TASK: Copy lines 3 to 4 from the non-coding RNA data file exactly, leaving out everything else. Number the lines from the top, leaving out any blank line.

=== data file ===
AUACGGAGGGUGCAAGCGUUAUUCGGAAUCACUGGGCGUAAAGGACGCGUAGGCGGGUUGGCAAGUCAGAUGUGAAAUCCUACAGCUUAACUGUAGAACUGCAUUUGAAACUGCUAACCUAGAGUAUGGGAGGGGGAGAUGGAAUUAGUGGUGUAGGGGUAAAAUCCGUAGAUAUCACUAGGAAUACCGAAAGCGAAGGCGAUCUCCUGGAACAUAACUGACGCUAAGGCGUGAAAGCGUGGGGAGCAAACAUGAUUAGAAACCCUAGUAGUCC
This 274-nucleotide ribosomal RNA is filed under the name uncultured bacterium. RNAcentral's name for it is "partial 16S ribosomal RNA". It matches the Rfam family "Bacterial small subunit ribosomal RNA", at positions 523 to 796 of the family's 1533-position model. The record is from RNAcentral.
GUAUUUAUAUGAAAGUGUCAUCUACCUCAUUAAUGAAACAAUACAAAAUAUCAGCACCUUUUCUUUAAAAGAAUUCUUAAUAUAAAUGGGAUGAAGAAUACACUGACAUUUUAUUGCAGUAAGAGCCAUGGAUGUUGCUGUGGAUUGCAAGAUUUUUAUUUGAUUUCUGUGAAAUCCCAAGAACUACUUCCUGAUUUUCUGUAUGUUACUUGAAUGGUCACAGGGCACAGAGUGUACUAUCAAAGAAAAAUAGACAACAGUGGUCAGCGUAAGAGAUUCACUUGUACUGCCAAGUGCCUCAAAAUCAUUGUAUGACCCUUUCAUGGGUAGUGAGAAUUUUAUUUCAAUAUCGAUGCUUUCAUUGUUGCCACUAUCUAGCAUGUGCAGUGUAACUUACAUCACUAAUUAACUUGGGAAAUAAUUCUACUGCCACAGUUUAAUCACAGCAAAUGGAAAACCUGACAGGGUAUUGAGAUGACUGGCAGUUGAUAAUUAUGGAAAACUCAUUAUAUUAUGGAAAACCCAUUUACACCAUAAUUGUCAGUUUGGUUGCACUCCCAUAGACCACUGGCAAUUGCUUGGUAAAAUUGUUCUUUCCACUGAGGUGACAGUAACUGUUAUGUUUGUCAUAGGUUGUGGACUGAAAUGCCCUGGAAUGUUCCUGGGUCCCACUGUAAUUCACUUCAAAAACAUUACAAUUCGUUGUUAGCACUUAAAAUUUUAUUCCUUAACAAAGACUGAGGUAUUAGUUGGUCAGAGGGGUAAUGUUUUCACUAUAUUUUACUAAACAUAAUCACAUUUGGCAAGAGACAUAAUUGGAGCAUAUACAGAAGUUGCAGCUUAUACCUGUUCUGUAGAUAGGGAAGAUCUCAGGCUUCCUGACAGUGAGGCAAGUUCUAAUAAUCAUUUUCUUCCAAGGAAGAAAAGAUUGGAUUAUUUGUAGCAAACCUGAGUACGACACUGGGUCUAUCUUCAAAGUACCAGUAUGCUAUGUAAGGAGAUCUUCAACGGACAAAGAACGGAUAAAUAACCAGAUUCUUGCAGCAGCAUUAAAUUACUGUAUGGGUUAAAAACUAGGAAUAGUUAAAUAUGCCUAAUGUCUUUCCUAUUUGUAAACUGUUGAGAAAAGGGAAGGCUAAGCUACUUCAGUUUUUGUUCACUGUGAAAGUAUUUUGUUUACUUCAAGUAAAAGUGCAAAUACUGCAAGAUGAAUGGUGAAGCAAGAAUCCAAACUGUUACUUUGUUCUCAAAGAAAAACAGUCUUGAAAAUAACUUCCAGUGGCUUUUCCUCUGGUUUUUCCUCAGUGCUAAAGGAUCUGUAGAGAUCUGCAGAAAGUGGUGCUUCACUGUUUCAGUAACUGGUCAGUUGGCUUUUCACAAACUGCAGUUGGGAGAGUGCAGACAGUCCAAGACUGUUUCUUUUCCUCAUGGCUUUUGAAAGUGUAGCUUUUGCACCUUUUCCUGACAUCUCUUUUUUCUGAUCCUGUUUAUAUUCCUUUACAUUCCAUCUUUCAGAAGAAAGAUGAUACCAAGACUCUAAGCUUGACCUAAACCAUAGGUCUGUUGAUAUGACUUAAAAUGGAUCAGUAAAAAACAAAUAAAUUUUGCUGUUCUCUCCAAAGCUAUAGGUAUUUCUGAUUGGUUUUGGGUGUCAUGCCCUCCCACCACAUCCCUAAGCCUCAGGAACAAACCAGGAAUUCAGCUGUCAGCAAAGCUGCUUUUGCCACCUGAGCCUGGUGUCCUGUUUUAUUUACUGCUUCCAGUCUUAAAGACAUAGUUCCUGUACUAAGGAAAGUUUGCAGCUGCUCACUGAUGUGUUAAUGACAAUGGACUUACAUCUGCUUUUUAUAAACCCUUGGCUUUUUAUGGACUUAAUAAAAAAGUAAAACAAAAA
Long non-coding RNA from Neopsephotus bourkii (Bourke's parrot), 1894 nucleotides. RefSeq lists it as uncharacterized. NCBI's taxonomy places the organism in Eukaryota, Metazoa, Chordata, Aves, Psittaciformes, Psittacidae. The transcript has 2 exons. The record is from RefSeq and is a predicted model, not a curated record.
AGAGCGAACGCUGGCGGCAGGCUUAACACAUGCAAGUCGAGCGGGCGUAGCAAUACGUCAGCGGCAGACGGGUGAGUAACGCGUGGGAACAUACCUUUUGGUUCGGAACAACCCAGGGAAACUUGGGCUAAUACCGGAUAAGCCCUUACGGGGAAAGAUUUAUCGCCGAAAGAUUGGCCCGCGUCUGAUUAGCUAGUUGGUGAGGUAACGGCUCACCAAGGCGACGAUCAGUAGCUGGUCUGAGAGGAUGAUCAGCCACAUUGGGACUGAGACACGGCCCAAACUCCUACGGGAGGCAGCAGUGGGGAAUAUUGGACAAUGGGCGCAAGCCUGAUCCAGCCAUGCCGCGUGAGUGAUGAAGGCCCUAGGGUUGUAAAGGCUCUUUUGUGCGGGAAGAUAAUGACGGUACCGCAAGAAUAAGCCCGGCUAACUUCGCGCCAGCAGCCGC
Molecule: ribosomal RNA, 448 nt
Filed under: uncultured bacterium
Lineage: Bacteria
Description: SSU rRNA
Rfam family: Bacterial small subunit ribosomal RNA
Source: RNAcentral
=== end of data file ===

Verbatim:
GUAUUUAUAUGAAAGUGUCAUCUACCUCAUUAAUGAAACAAUACAAAAUAUCAGCACCUUUUCUUUAAAAGAAUUCUUAAUAUAAAUGGGAUGAAGAAUACACUGACAUUUUAUUGCAGUAAGAGCCAUGGAUGUUGCUGUGGAUUGCAAGAUUUUUAUUUGAUUUCUGUGAAAUCCCAAGAACUACUUCCUGAUUUUCUGUAUGUUACUUGAAUGGUCACAGGGCACAGAGUGUACUAUCAAAGAAAAAUAGACAACAGUGGUCAGCGUAAGAGAUUCACUUGUACUGCCAAGUGCCUCAAAAUCAUUGUAUGACCCUUUCAUGGGUAGUGAGAAUUUUAUUUCAAUAUCGAUGCUUUCAUUGUUGCCACUAUCUAGCAUGUGCAGUGUAACUUACAUCACUAAUUAACUUGGGAAAUAAUUCUACUGCCACAGUUUAAUCACAGCAAAUGGAAAACCUGACAGGGUAUUGAGAUGACUGGCAGUUGAUAAUUAUGGAAAACUCAUUAUAUUAUGGAAAACCCAUUUACACCAUAAUUGUCAGUUUGGUUGCACUCCCAUAGACCACUGGCAAUUGCUUGGUAAAAUUGUUCUUUCCACUGAGGUGACAGUAACUGUUAUGUUUGUCAUAGGUUGUGGACUGAAAUGCCCUGGAAUGUUCCUGGGUCCCACUGUAAUUCACUUCAAAAACAUUACAAUUCGUUGUUAGCACUUAAAAUUUUAUUCCUUAACAAAGACUGAGGUAUUAGUUGGUCAGAGGGGUAAUGUUUUCACUAUAUUUUACUAAACAUAAUCACAUUUGGCAAGAGACAUAAUUGGAGCAUAUACAGAAGUUGCAGCUUAUACCUGUUCUGUAGAUAGGGAAGAUCUCAGGCUUCCUGACAGUGAGGCAAGUUCUAAUAAUCAUUUUCUUCCAAGGAAGAAAAGAUUGGAUUAUUUGUAGCAAACCUGAGUACGACACUGGGUCUAUCUUCAAAGUACCAGUAUGCUAUGUAAGGAGAUCUUCAACGGACAAAGAACGGAUAAAUAACCAGAUUCUUGCAGCAGCAUUAAAUUACUGUAUGGGUUAAAAACUAGGAAUAGUUAAAUAUGCCUAAUGUCUUUCCUAUUUGUAAACUGUUGAGAAAAGGGAAGGCUAAGCUACUUCAGUUUUUGUUCACUGUGAAAGUAUUUUGUUUACUUCAAGUAAAAGUGCAAAUACUGCAAGAUGAAUGGUGAAGCAAGAAUCCAAACUGUUACUUUGUUCUCAAAGAAAAACAGUCUUGAAAAUAACUUCCAGUGGCUUUUCCUCUGGUUUUUCCUCAGUGCUAAAGGAUCUGUAGAGAUCUGCAGAAAGUGGUGCUUCACUGUUUCAGUAACUGGUCAGUUGGCUUUUCACAAACUGCAGUUGGGAGAGUGCAGACAGUCCAAGACUGUUUCUUUUCCUCAUGGCUUUUGAAAGUGUAGCUUUUGCACCUUUUCCUGACAUCUCUUUUUUCUGAUCCUGUUUAUAUUCCUUUACAUUCCAUCUUUCAGAAGAAAGAUGAUACCAAGACUCUAAGCUUGACCUAAACCAUAGGUCUGUUGAUAUGACUUAAAAUGGAUCAGUAAAAAACAAAUAAAUUUUGCUGUUCUCUCCAAAGCUAUAGGUAUUUCUGAUUGGUUUUGGGUGUCAUGCCCUCCCACCACAUCCCUAAGCCUCAGGAACAAACCAGGAAUUCAGCUGUCAGCAAAGCUGCUUUUGCCACCUGAGCCUGGUGUCCUGUUUUAUUUACUGCUUCCAGUCUUAAAGACAUAGUUCCUGUACUAAGGAAAGUUUGCAGCUGCUCACUGAUGUGUUAAUGACAAUGGACUUACAUCUGCUUUUUAUAAACCCUUGGCUUUUUAUGGACUUAAUAAAAAAGUAAAACAAAAA
Long non-coding RNA from Neopsephotus bourkii (Bourke's parrot), 1894 nucleotides. RefSeq lists it as uncharacterized. NCBI's taxonomy places the organism in Eukaryota, Metazoa, Chordata, Aves, Psittaciformes, Psittacidae. The transcript has 2 exons. The record is from RefSeq and is a predicted model, not a curated record.